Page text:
An international team have mapped how the HTLV-1 virus causes a rare leukaemia in some people, providing clues on how to stop it happening.
The team, led by Imperial College London and Kumamoto University in Japan, used single-cell analysis to show how the virus over-activates T-cells, key immune cells in our blood, causing them to turn cancerous.
The rare cancer, called adult T-cell leukaemia/lymphoma (ATL), develops in around five per cent of people infected with the HTLV-1 virus, but only several decades after initial infection.
HTLV-1 infects T-cells specifically and transforms them into leukaemia cells, but the time lag has made it extremely difficult to determine how this transformation occurs.
ATL can progress slowly or aggressively, but there is no standard treatment for high-grade ATL, and the condition has a high relapse rate after treatment with chemotherapy and antiviral drugs.
The team’s results, published today in The Journal of Clinical Investigation, reveal that the virus hijacks the activation machinery of T-cells, causing them to persist at a high level of activation, gradually becoming malignant.
Co-lead researcher Professor Yorifumi Satou, from Kumamoto University is a virologist studying HTLV-1. He said: “While only a small percentage of people with HTLV-1 viral infections go on to develop adult T-cell leukaemia/lymphoma, there are estimated to be around five to ten million carriers of the virus worldwide, and in some areas it is endemic. For example, there are around one million cases in Japan.”
Co-lead researcher Dr Masahiro Ono, from the Department of Life Sciences at Imperial, is an immunologist and cell biologist who brought his knowledge of T-cells to the project. He said: “There is therefore a great need to understand how the virus turns our T-cells against us in the progression to cancer. Our work highlights a key mechanism for this change and provides us with new directions to search for ways to interfere with the process, potentially preventing the cancer from developing.”
Leukaemias are cancers originating from blood or bone marrow cells, characterised by large increases in the number of abnormal white blood cells. T-cells are special kinds of white blood cells that are crucial for fighting off invaders, such as viruses and bacteria.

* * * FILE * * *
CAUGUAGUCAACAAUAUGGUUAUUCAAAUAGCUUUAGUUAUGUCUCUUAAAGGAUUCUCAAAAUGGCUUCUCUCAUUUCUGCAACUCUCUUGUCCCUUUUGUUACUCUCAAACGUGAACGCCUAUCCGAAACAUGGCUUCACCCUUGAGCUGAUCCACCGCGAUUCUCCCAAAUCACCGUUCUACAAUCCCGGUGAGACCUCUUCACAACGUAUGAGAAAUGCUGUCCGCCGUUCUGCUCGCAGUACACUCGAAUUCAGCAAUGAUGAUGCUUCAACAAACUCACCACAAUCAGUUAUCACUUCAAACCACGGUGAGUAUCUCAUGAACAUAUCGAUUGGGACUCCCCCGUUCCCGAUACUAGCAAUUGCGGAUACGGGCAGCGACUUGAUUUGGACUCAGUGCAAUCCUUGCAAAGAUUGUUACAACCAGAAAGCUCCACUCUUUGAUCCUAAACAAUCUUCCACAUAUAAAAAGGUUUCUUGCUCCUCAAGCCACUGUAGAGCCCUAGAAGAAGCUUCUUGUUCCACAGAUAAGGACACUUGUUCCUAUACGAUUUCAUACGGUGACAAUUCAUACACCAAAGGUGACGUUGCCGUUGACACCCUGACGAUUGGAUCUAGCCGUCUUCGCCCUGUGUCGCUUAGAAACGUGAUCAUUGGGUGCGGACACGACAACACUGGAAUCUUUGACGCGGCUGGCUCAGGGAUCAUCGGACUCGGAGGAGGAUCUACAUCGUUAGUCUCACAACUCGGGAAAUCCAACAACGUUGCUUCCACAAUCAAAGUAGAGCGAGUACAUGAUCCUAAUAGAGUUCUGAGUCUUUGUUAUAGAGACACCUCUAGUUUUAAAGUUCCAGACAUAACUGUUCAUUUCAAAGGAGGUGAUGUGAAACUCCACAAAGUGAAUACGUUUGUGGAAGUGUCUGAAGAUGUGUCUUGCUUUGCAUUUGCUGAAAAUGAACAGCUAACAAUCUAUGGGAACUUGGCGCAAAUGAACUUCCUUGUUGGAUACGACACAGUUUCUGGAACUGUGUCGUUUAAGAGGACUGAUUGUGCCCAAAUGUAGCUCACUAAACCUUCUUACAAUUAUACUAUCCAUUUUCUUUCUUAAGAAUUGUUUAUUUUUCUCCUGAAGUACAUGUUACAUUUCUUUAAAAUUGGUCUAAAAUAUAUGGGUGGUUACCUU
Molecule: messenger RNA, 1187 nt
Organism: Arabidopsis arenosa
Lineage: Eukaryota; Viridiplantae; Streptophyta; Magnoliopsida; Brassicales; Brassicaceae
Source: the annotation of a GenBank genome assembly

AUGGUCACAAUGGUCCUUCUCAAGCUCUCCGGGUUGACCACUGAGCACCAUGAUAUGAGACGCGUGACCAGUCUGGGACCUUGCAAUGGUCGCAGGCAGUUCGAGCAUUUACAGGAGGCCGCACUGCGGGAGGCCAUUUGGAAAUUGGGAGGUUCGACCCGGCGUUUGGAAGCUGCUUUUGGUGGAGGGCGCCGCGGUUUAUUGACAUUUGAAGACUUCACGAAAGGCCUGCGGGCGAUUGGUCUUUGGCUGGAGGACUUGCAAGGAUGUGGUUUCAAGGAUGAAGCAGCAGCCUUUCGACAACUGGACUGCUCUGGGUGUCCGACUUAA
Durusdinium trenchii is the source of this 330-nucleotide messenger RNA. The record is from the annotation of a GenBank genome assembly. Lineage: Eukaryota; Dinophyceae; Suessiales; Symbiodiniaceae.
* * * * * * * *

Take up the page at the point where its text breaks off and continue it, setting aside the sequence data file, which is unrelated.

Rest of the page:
The HTLV-1 virus inserts itself into one type of T-cell, and, to begin with, remains there in a ‘latent’ state, not releasing any new virus particles or causing any ill effects. For many such carriers of the virus, this never changes, but in around five per cent of carriers, after decades of latency the virus reawakens and affects the T-cells’ functioning.
The team studied more than 87,000 T-cells from virus-free donors, healthy carriers of the virus, and patients with ATL. They sequenced the RNA (a simpler form of DNA) from these cells to find out how the virus and the T-cells were interacting.
They revealed that, in people who progressed to ATL, HTLV-1 made infected T-cells highly activated and over-reactive, causing them to over-produce proteins that keep them proliferating and helping them avoid other parts of the immune system that would usually remove rogue cells.
The team thinks that these changes made the overactive T-cells more vulnerable to DNA damage, such as through chemical agents or radiation, accelerating their transition to a cancerous state.
Further study of the processes involved, say the authors, will lay the foundations for potential new treatment options.
Dr Ono said: “For example, the chronic activation of T-cells could be halted by molecules that block signalling pathways that tell the cells to activate. Alternatively, treatments could target the proteins the activated T-cells create to help them proliferate.”
Source: Imperial College London